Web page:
On Tuesday, the city of Santa Barbara released their Draft Small Wireless Facilities Ordinance for public comment. The city invited written comments on the ordinance and will accept them through January 15, 2021. The purpose of the legislation is to regulate the installation, operation, and maintenance of small wireless telecommunication facilities (“SWF”) on property or structures owned or controlled by the city.
One anonymous respondent said: “Won’t have to microwave your food anymore, just hold it next to the nearest tower. Going to need 100s of new cell towers for 5G. 4G towers were designed to support approximately 6,500 devices per square mile, whereas 5G can support upwards of 1 million devices in the same area.”
The city announced it recognizes the unrestricted installation of redundant wireless telecommunication facilities is contrary to the efforts to “to promote safety and aesthetic considerations and a basic residential character within the city.”
The following is a brief description of some major provisions contained in the ordinance:
- Preferred Location and Discouraged Location provisions that require SWFs to be installed in locations, ordered from most preferred to least preferred located. In addition, SWFs cannot be installed in a Discouraged Location unless no alternative site in a Preferred Location would be technically feasible. These provisions encourage the installation and operation of wireless telecommunication facilities where they are needed, while reducing, to the greatest extent feasible, adverse safety and aesthetic impacts on nearby properties and the community as a whole.
- The proposed ordinance also contains a Support Structure Preference, which requires SWFs in the public rights-of-way to be installed on support structures, ordered from most preferred to least preferred. For example, existing street lights would fall under most preferred while decorative poles would be least preferred.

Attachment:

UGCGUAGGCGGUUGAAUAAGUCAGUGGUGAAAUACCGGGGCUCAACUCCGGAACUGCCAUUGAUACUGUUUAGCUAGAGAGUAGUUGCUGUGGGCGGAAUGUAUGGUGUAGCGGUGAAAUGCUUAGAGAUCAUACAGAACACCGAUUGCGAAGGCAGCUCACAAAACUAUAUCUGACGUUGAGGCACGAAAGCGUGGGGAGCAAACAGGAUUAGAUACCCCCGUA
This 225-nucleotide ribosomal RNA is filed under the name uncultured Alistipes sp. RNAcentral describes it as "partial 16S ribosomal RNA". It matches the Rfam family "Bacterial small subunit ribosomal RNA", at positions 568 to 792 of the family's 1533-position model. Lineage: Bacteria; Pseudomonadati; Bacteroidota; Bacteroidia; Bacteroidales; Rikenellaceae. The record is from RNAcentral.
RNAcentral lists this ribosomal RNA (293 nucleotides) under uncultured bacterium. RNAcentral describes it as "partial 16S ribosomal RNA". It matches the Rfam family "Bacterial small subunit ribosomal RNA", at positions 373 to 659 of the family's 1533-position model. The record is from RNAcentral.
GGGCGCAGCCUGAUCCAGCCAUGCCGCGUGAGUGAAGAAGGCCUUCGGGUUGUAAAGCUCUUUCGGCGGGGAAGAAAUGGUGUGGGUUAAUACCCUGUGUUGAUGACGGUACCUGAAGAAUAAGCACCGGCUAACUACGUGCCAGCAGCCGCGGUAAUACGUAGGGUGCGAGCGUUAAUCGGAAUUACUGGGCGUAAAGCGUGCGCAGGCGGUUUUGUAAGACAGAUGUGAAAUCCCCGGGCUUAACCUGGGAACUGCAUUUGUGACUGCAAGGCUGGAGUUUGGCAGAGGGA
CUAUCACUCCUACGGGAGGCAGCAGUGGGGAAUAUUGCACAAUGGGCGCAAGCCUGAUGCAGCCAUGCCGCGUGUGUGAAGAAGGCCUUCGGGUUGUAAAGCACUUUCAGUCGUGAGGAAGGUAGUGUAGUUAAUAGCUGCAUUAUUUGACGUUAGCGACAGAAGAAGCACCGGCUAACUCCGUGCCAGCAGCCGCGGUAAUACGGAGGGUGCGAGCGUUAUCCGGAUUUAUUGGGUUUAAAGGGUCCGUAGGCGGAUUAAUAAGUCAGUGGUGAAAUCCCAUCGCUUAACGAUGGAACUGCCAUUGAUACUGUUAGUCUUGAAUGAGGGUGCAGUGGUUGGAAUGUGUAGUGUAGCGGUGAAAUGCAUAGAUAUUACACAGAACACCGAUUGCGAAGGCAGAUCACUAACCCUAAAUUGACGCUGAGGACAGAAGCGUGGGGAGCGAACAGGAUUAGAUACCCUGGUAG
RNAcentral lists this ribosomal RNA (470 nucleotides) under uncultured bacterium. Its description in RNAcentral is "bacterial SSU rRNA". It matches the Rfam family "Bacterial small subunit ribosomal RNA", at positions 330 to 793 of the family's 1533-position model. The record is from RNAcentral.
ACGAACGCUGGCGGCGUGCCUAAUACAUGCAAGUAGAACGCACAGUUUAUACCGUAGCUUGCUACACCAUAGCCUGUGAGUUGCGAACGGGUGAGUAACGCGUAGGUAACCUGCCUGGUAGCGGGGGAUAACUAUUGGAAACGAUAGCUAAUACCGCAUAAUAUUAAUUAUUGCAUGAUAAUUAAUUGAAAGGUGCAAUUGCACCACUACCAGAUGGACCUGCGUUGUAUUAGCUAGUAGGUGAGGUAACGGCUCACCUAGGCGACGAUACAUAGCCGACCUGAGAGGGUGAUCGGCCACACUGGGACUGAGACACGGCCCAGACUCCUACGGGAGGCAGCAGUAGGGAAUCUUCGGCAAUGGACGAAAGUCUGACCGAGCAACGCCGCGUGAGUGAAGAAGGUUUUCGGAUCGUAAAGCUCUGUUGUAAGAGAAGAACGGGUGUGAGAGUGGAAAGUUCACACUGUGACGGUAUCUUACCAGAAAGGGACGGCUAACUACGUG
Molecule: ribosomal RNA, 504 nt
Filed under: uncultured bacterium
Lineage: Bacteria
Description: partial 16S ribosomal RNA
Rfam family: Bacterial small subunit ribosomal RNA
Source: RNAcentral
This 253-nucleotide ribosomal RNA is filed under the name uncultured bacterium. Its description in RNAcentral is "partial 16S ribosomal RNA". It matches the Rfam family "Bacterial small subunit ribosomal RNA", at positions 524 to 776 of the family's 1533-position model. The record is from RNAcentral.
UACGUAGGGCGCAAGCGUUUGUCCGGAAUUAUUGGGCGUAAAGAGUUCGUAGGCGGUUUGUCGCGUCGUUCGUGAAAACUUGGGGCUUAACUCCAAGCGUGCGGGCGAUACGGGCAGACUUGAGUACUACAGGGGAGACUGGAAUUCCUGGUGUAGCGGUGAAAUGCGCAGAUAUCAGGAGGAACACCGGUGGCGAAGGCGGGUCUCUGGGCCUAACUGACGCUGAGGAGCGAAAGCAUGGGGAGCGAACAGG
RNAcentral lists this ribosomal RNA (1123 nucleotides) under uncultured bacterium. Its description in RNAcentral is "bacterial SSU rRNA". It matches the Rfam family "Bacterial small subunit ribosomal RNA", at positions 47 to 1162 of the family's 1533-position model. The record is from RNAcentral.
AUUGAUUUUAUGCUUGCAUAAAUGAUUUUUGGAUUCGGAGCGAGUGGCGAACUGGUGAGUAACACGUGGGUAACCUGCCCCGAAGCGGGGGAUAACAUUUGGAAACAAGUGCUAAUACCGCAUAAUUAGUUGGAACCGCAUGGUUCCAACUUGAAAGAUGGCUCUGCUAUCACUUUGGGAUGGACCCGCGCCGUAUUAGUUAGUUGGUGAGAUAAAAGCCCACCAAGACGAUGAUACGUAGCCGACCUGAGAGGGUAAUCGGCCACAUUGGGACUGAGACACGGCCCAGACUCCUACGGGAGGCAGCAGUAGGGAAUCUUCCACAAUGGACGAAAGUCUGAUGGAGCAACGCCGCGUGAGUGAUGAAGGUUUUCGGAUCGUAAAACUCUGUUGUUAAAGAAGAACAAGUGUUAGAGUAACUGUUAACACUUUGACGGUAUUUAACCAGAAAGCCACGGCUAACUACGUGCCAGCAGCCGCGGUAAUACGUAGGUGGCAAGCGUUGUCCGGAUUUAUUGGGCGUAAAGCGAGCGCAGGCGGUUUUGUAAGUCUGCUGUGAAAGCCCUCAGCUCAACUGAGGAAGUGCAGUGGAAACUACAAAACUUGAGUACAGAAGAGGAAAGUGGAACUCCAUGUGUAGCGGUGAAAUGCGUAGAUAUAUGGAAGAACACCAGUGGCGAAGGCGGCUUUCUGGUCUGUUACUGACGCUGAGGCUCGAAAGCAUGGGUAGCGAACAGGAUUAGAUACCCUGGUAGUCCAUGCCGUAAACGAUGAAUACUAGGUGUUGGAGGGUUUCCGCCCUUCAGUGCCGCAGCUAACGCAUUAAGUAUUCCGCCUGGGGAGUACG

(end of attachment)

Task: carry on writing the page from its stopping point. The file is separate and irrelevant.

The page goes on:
- All SWFs installed on city property/structures require a permit issued by the Public Works Department. As part of the Permit application process, the Ordinance contains provisions for a Voluntary Pre-Submittal Conference with City staff to discuss concerns involving the proposed SWF, such as compliance with generally applicable rules for public health and safety and potential concealment issues. The Ordinance also encourages applicants to notice and schedule Community Meetings. This voluntary pre-submittal public meeting is intended to give applicants the opportunity to hear from members of the public regarding any proposed deployment of a SWF.
- The proposed Ordinance also contains design standards that focus on concealment and finishes in order to blend in with the surrounding area and that the SWF must be compliant with City noise regulations.
- The city also has the ability to repeal a preapproved design and substitute a new one in the future as the technology changes.
- The proposed ordinance contains an Indemnification provision and Insurance requirement for all applicants that holds the City harmless and requires the maintenance of insurance on an occurrence basis, with limits set at no less than $1,000,000 per occurrence or $2,000,000 in the aggregate.
- The proposed ordinance contains the ability for interested persons(s) to appeal the issuance of a permit for a SWF to City Council. The issues on appeal are strictly limited. For example, an individual can only appeal that the radio frequency emissions do not comply with the standards under FCC order or can only appeal if the aesthetics of the design do not meet the standards under the ordinance.
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